Gov. Evers signs Ethan’s Law to protect kids from abusive guardians
MADISON, Wis. (WBAY) - Gov. Tony Evers on Thursday signed into law a bill named after a 7-year-old Manitowoc County boy who died at the hands of his extended family.
The law seeks to protect children from being placed with known abusers.
State Sen. Andre Jacque (R-De Pere), who led the passage of Senate Bill 24, says the system failed Ethan Hauschultz. While the boy’s case makes its way through the criminal justice system, lawmakers say no child should go through what he experienced.
“Ethan’s death at least is helping to expose the flaws in the system to keep other children from having to suffer Ethan’s fate, and it’s just tragic that it’s taken to spur people to action,” Sen. Jacque said.
Ethan was sent by Child Protective Services to live with his aunt and uncle in 2017, despite the fact his uncle Timothy Hauschultz had a criminal history. Ethan died months later under the guardianship of his great uncle and aunt. Authorities ruled his death a homicide.
“We’ve heard from county human services workers who felt pressured to make placements that they didn’t feel were necessarily safe based on how the law was written,” Jacque said.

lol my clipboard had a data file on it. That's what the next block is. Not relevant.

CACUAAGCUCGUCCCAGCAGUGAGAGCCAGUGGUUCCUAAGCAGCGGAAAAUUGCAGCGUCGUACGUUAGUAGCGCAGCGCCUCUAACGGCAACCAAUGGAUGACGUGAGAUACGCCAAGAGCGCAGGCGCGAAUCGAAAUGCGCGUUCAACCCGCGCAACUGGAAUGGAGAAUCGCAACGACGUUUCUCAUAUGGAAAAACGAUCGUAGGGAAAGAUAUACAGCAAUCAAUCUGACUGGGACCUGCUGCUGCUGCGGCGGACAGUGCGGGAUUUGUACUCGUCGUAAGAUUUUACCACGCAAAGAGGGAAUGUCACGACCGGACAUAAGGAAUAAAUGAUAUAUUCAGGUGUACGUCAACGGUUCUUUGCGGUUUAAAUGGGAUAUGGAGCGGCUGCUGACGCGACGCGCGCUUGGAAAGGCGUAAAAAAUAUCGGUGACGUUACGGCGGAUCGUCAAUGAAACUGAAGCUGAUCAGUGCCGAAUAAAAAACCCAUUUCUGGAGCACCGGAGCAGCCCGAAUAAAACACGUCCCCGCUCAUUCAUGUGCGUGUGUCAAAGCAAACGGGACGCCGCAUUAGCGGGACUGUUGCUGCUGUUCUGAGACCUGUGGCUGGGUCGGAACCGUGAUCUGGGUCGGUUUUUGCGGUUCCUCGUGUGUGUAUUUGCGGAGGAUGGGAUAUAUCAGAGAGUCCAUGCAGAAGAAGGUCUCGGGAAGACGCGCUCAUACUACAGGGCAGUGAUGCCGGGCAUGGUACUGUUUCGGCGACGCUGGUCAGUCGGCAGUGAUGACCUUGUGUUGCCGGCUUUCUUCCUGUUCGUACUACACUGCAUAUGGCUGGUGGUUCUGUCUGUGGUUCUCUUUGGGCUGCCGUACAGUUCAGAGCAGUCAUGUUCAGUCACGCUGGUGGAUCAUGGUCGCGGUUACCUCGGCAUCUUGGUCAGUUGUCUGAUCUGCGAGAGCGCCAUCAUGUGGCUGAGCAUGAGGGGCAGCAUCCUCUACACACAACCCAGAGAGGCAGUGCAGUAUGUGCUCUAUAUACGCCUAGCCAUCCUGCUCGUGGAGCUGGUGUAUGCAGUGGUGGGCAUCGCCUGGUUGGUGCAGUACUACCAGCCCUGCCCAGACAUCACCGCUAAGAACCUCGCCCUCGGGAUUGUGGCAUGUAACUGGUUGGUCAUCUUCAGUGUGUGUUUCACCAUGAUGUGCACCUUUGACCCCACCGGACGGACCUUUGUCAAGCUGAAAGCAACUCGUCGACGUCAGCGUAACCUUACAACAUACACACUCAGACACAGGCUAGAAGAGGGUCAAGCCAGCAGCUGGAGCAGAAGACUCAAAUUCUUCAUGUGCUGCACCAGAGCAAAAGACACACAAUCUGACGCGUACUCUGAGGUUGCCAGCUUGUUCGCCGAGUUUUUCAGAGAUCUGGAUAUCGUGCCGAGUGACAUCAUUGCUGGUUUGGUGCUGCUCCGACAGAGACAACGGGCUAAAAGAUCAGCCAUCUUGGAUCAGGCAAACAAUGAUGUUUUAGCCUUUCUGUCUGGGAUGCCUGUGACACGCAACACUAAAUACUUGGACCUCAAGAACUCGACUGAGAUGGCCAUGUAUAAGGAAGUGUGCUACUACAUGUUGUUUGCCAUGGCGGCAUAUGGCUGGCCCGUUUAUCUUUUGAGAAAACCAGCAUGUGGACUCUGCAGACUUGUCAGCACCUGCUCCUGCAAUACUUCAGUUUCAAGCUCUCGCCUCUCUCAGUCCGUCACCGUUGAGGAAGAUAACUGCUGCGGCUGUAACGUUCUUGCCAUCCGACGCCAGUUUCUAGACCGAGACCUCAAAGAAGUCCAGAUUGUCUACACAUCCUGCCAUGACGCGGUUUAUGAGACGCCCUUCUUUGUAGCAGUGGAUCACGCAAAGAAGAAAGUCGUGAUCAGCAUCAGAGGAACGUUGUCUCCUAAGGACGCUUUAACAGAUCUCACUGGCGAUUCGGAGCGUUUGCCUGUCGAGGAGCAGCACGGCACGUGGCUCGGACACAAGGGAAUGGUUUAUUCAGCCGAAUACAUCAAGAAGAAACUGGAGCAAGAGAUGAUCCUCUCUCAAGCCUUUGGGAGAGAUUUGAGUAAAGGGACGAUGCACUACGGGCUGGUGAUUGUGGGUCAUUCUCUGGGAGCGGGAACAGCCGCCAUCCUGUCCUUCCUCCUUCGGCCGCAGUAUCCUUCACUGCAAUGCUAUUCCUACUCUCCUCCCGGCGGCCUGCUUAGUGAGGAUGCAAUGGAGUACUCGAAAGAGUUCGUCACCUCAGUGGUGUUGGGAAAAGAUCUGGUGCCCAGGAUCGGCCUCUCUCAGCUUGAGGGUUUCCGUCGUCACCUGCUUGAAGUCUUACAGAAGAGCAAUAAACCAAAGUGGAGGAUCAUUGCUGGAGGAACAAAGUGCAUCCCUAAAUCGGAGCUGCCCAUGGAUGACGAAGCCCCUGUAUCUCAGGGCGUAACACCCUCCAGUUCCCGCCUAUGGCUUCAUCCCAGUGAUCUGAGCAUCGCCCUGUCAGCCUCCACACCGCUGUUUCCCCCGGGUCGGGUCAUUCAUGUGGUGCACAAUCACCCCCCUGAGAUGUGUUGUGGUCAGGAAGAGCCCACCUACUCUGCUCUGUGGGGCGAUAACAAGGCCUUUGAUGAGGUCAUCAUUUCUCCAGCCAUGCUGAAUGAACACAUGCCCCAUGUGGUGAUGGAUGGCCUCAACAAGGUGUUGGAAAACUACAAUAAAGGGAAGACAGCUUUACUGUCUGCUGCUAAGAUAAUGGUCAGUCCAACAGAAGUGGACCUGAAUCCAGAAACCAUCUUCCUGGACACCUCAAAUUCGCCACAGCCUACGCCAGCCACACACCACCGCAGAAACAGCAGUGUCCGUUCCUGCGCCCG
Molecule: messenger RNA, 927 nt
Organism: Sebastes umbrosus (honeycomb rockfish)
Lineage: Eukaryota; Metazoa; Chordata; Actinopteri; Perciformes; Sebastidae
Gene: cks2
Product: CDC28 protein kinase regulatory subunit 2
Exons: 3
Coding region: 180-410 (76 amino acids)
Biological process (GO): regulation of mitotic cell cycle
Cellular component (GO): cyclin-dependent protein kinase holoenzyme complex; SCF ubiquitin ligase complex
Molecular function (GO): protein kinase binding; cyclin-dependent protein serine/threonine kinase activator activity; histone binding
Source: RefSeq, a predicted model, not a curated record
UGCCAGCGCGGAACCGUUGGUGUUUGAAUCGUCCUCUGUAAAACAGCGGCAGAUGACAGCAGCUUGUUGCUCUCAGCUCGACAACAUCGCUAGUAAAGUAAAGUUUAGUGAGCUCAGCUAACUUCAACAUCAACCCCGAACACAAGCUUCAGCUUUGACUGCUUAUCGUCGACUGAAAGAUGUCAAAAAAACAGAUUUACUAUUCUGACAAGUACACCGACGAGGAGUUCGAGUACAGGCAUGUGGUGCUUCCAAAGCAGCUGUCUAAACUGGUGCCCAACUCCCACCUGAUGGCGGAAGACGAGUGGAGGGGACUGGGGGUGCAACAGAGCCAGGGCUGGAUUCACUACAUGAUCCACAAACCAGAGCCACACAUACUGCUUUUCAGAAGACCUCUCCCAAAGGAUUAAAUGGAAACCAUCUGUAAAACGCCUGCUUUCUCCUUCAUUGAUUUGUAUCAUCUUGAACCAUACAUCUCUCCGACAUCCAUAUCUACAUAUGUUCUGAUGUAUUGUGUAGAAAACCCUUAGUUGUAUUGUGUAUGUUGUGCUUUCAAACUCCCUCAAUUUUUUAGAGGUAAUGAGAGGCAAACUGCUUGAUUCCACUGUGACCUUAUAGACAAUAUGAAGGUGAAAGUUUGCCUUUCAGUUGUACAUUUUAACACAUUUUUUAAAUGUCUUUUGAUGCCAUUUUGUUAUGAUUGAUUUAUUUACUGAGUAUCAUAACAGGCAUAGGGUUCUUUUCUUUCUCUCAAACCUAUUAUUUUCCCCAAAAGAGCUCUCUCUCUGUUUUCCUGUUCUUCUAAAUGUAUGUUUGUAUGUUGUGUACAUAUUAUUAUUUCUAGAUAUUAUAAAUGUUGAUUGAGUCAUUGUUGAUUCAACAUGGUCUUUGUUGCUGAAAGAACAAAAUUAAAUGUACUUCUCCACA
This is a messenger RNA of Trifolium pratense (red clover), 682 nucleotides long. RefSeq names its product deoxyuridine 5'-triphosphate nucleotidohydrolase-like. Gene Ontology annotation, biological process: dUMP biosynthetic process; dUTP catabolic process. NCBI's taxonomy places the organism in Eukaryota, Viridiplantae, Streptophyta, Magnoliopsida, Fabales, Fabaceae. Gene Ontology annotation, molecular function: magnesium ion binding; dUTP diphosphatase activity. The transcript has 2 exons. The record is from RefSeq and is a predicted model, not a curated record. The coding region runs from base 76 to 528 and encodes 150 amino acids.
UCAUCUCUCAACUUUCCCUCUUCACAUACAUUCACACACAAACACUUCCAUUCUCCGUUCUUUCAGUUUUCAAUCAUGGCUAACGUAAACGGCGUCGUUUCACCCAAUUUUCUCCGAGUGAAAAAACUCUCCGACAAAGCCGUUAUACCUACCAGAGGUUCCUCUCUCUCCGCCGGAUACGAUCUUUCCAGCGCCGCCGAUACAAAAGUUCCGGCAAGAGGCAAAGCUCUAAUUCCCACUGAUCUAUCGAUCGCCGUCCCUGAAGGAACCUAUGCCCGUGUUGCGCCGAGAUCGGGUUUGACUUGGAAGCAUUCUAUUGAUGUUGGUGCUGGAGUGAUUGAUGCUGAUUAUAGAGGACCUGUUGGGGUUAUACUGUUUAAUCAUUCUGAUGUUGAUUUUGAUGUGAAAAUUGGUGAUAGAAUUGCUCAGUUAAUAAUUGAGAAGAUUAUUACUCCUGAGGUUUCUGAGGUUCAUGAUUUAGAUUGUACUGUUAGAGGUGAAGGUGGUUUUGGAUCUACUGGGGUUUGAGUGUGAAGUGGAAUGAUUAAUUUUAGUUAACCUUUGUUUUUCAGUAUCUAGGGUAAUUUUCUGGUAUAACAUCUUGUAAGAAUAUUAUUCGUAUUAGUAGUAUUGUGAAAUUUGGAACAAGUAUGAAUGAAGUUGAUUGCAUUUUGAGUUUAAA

According to criminal complaints obtained by Action 2 News, Ethan’s siblings told investigators Timothy Hauschultz frequently punished them by making them walk laps around the yard carrying heavy logs, which he picks out. The siblings said that week they were required to carry wood every day for two hours a day for not knowing their Bible verses, taking a 5 second rest after each lap.
Deputies say the log weighed two-thirds of Ethan’s body weight; the boy weighed 60 pounds.
Authorities say the day Ethan died, his cousin Damian Hauschultz, who was 14 at the time, hit, kicked, and poked Ethan, repeatedly shoved the boy to the ground, and rolled a heavy log across the boy’s chest before burying him under what he estimated was 80 pounds of packed snow and ice. The Milwaukee County Medical Examiner’s Office determined Ethan died from hypothermia and blunt force injuries to his head, chest and abdomen.
Damian pleaded guilty last month to reckless homicide. Damian’s mother, Tina, was sentenced to prison earlier this year, and his father, Timothy, is awaiting trial in December.
Andrea Everett said it’s hard to move forward every day knowing her son Ethan isn’t coming back.
“There is no easy day. I learn to live with the pain that I’ll never see my son ever again, and that’s the reality,” Everett said. “Like I was struggling, my kids went to foster home, and I didn’t get one of my kids back.”
She stood side by side with lawmakers Thursday as Governor Tony Evers signed “Ethan’s Law,” legislation that she says helps with closure.
“It’s heartbreaking to me that it cost my son his life for a bill like this to be made,” she said. “The system failed my children because my son lost his life and I’ve watched my other children mentally lose their lives, too.”
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